According to the U.S. Consumer Product Safety Commission (CPSC), 5,300 fires were caused by some type of electrical malfunction. This number can dramatically drop by learning of ways to prevent electrical fires and keep everyone safe and sound. Obviously, the most important preventative step is to make sure your smoke detectors are working properly, and that you have them installed throughout your residence or business. In fact, 65% of home fire deaths result from residences with no working smoke detectors according to the CPSC. The following provides some guidelines to prevent electric fires from igniting in your residence or place of business.
One of the most important preventative steps to take is to check your wiring. Wiring has a lifespan of 30-40 years and even less than that if your building uses aluminum wiring. Some signs to look for that could indicate that your wiring is old or outdated is if your circuit breaker trips often, if your fuses frequently blow, or if you are utilizing too many extension cords or surge protectors throughout your home. If any of these factors are typical in your household, it is imperative that you call a professional to check the wiring to see if it needs to be replaced.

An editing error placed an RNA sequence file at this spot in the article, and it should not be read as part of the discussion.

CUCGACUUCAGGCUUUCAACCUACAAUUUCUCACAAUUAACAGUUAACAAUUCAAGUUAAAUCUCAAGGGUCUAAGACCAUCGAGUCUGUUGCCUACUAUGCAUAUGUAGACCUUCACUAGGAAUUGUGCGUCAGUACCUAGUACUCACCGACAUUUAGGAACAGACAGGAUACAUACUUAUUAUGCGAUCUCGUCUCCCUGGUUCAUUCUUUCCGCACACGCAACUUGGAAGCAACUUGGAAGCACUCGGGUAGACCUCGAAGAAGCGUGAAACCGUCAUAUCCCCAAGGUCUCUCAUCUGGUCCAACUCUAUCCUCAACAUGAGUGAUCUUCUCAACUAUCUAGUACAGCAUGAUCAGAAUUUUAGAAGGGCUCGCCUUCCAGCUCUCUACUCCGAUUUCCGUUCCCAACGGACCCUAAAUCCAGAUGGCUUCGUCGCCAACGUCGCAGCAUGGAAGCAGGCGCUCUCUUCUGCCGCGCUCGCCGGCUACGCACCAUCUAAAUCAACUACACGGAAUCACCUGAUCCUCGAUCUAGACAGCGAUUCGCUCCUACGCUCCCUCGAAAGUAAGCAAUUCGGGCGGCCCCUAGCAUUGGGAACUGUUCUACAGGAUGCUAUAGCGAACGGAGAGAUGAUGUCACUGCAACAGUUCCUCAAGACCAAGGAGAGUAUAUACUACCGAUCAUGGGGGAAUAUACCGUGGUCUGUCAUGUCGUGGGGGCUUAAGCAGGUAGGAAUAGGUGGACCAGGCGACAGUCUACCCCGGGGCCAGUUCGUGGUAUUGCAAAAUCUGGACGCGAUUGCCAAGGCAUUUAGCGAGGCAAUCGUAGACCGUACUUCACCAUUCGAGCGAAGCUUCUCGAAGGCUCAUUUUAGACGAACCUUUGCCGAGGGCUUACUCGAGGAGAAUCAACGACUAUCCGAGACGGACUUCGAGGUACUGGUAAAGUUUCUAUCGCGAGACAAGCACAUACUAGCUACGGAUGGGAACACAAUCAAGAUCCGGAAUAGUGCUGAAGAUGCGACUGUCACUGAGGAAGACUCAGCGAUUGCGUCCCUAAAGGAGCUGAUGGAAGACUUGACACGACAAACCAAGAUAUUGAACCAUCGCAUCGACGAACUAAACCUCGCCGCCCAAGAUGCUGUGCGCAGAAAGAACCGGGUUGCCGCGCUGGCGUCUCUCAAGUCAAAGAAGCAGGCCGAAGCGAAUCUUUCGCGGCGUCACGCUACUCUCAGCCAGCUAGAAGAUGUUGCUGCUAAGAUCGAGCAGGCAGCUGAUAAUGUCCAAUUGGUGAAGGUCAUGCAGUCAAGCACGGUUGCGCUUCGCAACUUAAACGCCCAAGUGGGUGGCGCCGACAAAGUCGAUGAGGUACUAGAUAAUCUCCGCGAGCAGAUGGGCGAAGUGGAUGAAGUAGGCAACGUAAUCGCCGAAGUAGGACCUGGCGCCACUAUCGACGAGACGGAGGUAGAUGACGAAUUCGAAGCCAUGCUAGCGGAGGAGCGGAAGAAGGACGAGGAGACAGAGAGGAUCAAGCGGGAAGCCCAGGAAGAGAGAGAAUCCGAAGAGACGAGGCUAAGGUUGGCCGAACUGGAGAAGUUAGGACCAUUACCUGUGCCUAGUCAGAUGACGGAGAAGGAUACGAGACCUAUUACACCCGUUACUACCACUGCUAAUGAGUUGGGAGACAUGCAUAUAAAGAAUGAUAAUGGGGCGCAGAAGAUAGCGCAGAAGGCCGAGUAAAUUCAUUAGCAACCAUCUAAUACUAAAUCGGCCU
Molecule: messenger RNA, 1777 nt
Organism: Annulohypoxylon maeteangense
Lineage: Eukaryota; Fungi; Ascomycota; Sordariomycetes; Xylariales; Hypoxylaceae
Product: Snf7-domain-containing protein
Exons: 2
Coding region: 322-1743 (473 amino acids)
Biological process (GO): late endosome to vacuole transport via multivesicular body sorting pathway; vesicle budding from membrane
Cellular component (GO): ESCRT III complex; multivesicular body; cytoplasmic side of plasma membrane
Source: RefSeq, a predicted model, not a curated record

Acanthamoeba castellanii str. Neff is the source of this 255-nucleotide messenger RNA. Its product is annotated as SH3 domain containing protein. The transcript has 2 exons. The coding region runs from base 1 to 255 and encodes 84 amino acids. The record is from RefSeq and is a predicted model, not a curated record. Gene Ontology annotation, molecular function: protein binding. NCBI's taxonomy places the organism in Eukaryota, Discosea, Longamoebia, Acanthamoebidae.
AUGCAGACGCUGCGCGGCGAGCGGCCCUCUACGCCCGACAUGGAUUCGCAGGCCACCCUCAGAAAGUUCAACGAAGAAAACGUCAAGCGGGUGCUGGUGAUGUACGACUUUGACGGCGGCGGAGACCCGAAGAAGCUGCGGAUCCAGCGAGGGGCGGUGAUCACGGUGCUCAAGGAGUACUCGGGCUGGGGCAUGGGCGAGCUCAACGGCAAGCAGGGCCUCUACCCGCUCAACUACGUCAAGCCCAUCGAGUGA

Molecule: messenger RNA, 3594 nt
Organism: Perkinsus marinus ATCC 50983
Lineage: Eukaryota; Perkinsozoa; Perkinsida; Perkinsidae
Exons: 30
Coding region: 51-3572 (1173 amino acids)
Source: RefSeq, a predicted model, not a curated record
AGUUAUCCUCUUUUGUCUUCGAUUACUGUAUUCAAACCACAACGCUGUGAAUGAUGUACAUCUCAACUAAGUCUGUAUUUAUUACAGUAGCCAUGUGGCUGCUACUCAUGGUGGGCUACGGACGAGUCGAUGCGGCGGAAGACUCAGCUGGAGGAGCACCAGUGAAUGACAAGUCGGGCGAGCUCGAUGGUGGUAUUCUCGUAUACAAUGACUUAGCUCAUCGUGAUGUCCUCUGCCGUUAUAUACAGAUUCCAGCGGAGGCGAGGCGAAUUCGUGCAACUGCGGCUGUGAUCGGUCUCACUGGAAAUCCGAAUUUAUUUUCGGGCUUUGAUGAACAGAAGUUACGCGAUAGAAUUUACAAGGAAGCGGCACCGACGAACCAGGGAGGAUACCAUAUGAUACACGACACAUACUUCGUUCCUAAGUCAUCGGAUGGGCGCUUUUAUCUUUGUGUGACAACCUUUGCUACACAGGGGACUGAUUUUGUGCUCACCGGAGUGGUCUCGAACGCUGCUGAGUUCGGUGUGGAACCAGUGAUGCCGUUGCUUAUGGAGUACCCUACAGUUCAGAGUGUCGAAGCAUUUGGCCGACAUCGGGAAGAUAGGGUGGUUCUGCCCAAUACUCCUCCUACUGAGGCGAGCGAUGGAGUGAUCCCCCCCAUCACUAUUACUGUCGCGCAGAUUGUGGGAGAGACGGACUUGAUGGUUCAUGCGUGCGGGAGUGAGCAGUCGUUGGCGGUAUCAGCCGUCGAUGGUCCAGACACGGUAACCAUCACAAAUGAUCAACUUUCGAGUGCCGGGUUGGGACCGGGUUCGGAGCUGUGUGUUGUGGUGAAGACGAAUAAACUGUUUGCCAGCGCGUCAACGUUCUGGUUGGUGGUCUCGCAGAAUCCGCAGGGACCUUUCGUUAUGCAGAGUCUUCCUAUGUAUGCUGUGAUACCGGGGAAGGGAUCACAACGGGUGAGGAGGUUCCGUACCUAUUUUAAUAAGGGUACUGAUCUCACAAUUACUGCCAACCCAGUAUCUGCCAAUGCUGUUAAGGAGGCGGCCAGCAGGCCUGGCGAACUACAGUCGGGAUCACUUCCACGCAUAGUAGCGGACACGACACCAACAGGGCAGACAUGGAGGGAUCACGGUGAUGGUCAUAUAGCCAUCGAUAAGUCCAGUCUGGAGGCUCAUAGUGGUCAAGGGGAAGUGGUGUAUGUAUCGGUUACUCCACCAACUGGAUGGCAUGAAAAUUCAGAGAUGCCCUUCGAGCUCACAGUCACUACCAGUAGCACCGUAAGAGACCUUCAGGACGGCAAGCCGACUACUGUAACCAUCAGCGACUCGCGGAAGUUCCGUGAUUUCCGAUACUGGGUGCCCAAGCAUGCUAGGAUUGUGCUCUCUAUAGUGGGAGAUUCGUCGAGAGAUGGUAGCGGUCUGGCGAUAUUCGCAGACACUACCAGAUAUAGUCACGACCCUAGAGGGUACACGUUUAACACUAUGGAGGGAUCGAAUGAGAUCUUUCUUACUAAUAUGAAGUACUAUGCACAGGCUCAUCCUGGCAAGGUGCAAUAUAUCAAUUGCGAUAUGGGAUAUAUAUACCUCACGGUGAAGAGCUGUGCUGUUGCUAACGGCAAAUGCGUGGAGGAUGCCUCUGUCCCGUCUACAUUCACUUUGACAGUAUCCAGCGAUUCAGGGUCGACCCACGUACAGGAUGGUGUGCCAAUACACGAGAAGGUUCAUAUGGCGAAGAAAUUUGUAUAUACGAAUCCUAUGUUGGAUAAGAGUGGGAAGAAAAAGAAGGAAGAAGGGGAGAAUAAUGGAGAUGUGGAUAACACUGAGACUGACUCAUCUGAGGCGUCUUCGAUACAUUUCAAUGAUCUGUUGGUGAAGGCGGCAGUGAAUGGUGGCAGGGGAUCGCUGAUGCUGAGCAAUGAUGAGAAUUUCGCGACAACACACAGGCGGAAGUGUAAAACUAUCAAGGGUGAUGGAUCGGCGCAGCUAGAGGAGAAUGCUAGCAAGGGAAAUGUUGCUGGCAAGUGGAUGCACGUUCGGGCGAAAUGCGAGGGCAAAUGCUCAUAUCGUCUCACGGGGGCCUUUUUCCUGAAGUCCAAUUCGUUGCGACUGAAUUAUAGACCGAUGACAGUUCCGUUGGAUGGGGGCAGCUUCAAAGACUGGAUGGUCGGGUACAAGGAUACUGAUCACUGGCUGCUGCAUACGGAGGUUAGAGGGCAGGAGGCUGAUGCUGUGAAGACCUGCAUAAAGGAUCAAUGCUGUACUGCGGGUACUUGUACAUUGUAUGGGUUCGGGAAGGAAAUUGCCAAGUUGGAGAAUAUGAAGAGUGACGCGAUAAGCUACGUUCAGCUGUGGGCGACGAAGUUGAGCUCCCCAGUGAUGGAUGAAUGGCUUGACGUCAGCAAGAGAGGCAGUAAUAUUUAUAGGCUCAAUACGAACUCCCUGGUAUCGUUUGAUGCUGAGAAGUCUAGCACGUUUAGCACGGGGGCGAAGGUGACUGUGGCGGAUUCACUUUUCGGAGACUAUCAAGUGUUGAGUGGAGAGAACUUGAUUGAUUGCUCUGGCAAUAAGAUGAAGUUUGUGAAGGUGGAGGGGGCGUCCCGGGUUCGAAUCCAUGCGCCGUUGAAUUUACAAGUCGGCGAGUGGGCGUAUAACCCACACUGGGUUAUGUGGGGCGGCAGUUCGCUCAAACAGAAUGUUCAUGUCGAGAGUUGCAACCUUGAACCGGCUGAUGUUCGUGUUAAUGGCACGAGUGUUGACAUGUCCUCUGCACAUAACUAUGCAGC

An arc fault is a leading cause of electrical fires. An arc fault results when there is a high-power discharge between two or more conductors, thus resulting in producing heat that can lead to a fire. These commonly result from a loose connection in an outlet. So, to take a preventative step, a good place to start is to check all your outlets at least once a year. An Arc Fault Circuit Interrupter (ACFI) is a device used to detect arc faults and is most definitely a great way to prevent electrical fires due to an arc fault.
Lastly, the following are some easy steps you can take to prevent an electrical fire from starting in your home or business.
Replace any cracked, damaged, or loose electrical cords.
Plug major or small appliances directly into the wall instead of an extension cord.
Keep any flammable material away from outlets, so they do not trigger a fire.
Replace any wall outlets that do not fit snugly into the wall.
Use power strips and surge protectors that are labeled by a recognized testing laboratory.
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